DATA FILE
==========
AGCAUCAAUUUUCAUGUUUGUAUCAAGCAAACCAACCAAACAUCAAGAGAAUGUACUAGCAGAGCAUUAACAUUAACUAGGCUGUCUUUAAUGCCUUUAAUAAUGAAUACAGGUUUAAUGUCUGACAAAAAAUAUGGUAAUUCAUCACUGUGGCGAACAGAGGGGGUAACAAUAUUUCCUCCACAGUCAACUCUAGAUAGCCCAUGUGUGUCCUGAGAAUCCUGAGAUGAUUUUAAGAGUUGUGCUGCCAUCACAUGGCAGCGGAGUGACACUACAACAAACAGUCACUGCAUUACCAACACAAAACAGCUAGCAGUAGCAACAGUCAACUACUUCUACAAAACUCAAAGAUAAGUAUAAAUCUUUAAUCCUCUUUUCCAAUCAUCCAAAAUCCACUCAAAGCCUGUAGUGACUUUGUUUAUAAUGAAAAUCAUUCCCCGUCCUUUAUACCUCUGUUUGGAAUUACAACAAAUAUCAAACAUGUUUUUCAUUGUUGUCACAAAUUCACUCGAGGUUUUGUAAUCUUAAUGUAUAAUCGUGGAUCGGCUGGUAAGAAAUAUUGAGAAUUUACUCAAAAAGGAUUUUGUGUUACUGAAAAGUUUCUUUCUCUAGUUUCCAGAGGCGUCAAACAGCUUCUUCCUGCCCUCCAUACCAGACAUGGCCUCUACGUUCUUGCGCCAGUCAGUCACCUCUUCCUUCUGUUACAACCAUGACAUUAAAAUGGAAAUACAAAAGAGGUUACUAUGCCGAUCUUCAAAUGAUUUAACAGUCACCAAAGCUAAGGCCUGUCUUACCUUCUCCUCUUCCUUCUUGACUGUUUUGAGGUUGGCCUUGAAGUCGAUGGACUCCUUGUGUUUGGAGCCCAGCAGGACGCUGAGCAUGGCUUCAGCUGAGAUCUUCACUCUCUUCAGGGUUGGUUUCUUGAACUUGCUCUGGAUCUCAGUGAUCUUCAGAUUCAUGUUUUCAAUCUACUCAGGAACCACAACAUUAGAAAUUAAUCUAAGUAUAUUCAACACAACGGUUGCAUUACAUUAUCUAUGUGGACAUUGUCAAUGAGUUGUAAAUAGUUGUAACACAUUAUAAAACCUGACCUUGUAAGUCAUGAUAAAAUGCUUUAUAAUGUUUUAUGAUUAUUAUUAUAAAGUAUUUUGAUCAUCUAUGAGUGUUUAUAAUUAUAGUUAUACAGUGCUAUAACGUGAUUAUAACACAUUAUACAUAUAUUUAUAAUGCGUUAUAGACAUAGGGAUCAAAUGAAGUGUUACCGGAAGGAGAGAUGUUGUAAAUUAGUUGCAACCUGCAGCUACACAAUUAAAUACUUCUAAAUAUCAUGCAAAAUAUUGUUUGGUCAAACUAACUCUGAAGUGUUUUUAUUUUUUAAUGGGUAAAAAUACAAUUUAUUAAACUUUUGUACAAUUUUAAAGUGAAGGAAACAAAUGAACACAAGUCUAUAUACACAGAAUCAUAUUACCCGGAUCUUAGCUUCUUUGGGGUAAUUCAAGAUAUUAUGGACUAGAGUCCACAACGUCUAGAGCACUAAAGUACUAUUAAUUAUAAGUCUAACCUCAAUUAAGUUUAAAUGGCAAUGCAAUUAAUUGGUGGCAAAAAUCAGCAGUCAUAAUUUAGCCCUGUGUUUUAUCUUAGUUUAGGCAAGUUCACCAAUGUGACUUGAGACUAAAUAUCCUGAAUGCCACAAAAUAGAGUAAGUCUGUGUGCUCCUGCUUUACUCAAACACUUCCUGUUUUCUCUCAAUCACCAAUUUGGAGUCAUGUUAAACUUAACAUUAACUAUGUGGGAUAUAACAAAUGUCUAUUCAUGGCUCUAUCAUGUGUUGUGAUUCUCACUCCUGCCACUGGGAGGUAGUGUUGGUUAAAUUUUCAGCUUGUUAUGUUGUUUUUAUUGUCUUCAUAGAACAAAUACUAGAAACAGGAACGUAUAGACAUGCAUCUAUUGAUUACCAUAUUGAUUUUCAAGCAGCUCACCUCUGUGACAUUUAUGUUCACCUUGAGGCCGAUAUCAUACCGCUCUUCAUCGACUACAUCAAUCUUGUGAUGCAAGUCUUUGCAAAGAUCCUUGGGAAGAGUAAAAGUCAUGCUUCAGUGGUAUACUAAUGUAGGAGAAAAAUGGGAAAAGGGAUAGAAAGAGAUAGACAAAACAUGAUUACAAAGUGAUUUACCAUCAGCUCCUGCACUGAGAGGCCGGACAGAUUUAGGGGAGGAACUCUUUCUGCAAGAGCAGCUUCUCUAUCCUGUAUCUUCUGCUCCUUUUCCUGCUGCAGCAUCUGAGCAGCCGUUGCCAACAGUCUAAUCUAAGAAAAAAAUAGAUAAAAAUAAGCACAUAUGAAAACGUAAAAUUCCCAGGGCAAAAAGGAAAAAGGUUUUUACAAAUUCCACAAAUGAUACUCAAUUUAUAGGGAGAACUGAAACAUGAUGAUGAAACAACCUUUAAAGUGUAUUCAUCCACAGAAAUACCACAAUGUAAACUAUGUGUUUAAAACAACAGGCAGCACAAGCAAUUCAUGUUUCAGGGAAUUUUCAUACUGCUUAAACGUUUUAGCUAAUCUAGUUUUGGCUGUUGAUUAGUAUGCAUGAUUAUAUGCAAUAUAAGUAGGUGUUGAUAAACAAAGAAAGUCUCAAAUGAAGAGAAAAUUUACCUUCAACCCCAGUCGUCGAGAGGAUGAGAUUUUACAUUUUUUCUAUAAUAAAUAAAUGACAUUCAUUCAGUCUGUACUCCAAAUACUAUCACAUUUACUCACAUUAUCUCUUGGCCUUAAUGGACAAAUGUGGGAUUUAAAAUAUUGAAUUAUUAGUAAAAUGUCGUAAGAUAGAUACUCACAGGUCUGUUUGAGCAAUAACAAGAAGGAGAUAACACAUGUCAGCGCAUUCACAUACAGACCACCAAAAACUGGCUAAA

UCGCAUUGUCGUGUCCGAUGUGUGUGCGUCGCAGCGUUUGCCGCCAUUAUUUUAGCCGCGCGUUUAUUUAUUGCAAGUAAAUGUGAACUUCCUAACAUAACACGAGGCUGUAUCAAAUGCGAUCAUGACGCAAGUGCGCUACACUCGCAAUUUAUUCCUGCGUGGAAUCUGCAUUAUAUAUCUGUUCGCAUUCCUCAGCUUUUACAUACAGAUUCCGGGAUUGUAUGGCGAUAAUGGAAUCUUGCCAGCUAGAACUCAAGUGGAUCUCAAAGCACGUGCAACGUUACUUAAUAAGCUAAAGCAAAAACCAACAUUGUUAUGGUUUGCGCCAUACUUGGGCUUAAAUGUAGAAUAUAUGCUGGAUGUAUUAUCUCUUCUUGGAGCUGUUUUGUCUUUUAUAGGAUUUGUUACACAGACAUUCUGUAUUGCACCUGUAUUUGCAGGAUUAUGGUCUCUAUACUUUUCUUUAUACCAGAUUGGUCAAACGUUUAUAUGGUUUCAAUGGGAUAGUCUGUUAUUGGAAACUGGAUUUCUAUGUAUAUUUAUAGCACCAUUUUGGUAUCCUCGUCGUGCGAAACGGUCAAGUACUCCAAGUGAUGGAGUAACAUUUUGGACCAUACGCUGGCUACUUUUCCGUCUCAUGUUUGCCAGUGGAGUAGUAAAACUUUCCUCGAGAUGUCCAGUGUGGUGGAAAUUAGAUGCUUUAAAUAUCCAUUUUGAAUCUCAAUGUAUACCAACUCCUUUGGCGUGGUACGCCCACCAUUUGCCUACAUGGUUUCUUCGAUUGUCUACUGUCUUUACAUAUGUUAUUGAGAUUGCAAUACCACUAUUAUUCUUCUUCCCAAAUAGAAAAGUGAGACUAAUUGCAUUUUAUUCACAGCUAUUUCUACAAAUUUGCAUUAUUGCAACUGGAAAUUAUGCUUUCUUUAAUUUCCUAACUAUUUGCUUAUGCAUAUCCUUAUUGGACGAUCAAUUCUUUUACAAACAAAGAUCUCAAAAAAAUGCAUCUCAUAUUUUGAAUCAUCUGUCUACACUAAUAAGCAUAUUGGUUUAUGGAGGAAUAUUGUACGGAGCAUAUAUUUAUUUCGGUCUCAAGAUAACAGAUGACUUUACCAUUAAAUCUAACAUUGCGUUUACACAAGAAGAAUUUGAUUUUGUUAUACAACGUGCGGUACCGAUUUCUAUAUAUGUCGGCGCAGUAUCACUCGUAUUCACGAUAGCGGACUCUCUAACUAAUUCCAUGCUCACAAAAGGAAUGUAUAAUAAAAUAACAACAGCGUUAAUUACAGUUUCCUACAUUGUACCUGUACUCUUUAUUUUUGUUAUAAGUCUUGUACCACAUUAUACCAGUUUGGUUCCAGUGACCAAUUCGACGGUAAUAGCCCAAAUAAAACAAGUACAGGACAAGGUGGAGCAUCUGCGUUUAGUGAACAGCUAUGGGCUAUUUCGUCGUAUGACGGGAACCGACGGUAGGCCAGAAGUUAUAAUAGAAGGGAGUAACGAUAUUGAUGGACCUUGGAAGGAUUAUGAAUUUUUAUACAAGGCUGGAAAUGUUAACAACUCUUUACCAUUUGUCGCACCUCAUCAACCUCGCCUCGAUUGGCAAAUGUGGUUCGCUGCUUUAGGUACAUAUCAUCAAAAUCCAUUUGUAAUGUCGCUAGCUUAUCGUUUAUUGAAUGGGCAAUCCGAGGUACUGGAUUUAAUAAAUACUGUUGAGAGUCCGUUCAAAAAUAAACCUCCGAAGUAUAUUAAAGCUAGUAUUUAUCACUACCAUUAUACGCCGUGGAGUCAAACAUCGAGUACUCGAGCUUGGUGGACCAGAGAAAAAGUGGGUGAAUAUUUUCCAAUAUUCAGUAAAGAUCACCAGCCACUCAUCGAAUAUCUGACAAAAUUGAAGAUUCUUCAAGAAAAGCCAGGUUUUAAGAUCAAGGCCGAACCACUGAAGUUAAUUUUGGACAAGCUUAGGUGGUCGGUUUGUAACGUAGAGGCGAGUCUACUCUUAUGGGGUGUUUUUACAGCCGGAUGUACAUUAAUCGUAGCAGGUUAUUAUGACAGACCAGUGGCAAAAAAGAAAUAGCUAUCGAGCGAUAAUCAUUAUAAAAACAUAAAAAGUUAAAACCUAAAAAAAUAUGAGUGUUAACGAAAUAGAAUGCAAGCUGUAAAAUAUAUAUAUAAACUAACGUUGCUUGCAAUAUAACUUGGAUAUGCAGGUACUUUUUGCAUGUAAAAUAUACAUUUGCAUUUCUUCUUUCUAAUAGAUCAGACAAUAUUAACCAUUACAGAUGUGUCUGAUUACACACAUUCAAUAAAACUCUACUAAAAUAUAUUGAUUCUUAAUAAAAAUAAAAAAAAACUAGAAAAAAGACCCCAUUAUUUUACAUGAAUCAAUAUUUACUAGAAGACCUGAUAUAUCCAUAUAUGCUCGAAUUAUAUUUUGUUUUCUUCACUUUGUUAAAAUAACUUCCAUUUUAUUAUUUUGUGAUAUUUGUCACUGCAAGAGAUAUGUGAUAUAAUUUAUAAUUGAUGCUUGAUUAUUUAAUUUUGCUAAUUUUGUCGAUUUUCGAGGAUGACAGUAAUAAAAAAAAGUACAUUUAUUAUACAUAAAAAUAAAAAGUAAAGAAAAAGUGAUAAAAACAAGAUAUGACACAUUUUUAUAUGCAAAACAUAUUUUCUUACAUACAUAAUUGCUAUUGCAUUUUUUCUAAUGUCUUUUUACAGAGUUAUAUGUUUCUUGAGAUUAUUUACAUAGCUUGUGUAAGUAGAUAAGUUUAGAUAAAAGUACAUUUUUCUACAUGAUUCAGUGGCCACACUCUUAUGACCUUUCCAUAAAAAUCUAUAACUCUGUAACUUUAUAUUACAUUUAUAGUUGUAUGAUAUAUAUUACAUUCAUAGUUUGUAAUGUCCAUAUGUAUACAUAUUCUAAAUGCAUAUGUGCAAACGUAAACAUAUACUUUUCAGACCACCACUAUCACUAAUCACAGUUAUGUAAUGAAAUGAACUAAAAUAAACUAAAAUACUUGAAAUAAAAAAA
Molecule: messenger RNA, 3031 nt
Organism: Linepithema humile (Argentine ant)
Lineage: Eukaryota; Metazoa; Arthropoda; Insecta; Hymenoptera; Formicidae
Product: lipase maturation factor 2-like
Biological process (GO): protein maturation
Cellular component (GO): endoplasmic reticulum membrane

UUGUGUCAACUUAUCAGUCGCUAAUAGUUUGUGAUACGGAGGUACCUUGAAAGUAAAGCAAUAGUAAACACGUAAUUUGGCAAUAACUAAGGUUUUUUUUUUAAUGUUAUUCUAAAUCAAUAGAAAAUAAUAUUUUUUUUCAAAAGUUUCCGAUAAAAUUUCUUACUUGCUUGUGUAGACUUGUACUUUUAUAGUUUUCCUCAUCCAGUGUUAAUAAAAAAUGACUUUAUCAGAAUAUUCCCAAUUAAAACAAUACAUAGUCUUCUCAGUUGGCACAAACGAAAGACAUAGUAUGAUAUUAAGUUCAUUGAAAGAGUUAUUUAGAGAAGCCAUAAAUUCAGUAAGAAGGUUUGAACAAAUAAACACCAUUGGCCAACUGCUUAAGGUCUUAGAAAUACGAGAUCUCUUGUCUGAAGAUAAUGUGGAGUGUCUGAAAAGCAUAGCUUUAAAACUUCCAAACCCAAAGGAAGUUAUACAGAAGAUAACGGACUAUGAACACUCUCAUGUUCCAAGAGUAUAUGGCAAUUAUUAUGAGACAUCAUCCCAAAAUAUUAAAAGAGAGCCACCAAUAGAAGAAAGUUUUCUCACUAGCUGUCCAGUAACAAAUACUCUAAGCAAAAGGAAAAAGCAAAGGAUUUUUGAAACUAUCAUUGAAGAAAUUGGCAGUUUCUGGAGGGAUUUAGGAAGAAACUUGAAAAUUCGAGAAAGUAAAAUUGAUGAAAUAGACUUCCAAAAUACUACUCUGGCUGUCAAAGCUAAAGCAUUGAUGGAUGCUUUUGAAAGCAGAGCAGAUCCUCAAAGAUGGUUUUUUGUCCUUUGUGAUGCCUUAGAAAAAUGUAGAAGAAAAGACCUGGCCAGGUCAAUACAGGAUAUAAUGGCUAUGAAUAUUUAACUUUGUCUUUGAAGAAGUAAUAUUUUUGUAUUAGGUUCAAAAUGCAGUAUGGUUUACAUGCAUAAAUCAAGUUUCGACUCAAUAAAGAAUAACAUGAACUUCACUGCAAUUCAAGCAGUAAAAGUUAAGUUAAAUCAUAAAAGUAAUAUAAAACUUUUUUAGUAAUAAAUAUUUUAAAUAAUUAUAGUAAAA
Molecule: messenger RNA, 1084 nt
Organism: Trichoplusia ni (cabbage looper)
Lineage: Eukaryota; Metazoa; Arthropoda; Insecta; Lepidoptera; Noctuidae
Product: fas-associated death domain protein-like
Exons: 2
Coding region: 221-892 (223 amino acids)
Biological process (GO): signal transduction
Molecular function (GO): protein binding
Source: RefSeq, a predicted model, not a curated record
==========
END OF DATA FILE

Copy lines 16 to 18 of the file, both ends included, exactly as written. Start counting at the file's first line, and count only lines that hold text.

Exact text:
Biological process (GO): signal transduction
Molecular function (GO): protein binding
Source: RefSeq, a predicted model, not a curated record